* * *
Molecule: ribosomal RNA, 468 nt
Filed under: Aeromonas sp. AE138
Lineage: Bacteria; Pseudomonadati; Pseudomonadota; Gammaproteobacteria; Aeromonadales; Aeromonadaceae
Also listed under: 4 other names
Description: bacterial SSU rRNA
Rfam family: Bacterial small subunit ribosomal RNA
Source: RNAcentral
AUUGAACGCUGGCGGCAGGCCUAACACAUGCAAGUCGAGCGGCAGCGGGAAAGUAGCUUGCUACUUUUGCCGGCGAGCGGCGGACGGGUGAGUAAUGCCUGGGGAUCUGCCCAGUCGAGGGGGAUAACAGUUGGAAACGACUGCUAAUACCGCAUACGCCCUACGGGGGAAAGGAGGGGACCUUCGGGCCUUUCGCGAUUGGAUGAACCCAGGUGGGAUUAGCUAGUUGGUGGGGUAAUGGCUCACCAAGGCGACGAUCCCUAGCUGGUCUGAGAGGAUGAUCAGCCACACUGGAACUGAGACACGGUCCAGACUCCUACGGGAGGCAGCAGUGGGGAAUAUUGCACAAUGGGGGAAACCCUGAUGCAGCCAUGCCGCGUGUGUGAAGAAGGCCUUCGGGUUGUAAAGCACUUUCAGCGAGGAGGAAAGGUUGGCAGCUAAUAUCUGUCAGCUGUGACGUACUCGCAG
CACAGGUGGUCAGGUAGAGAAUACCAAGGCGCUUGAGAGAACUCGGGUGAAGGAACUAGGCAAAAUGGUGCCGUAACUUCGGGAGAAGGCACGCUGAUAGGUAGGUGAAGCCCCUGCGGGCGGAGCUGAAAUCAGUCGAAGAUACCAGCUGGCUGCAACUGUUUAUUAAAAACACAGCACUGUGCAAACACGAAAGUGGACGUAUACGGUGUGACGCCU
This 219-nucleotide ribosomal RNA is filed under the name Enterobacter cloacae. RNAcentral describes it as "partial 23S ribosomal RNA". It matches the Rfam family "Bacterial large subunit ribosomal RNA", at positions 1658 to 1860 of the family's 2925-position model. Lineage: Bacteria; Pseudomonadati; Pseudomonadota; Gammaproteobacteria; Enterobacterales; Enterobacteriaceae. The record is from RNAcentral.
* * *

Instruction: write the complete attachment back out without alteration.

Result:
Molecule: ribosomal RNA, 468 nt
Filed under: Aeromonas sp. AE138
Lineage: Bacteria; Pseudomonadati; Pseudomonadota; Gammaproteobacteria; Aeromonadales; Aeromonadaceae
Also listed under: 4 other names
Description: bacterial SSU rRNA
Rfam family: Bacterial small subunit ribosomal RNA
Source: RNAcentral
AUUGAACGCUGGCGGCAGGCCUAACACAUGCAAGUCGAGCGGCAGCGGGAAAGUAGCUUGCUACUUUUGCCGGCGAGCGGCGGACGGGUGAGUAAUGCCUGGGGAUCUGCCCAGUCGAGGGGGAUAACAGUUGGAAACGACUGCUAAUACCGCAUACGCCCUACGGGGGAAAGGAGGGGACCUUCGGGCCUUUCGCGAUUGGAUGAACCCAGGUGGGAUUAGCUAGUUGGUGGGGUAAUGGCUCACCAAGGCGACGAUCCCUAGCUGGUCUGAGAGGAUGAUCAGCCACACUGGAACUGAGACACGGUCCAGACUCCUACGGGAGGCAGCAGUGGGGAAUAUUGCACAAUGGGGGAAACCCUGAUGCAGCCAUGCCGCGUGUGUGAAGAAGGCCUUCGGGUUGUAAAGCACUUUCAGCGAGGAGGAAAGGUUGGCAGCUAAUAUCUGUCAGCUGUGACGUACUCGCAG
CACAGGUGGUCAGGUAGAGAAUACCAAGGCGCUUGAGAGAACUCGGGUGAAGGAACUAGGCAAAAUGGUGCCGUAACUUCGGGAGAAGGCACGCUGAUAGGUAGGUGAAGCCCCUGCGGGCGGAGCUGAAAUCAGUCGAAGAUACCAGCUGGCUGCAACUGUUUAUUAAAAACACAGCACUGUGCAAACACGAAAGUGGACGUAUACGGUGUGACGCCU
This 219-nucleotide ribosomal RNA is filed under the name Enterobacter cloacae. RNAcentral describes it as "partial 23S ribosomal RNA". It matches the Rfam family "Bacterial large subunit ribosomal RNA", at positions 1658 to 1860 of the family's 2925-position model. Lineage: Bacteria; Pseudomonadati; Pseudomonadota; Gammaproteobacteria; Enterobacterales; Enterobacteriaceae. The record is from RNAcentral.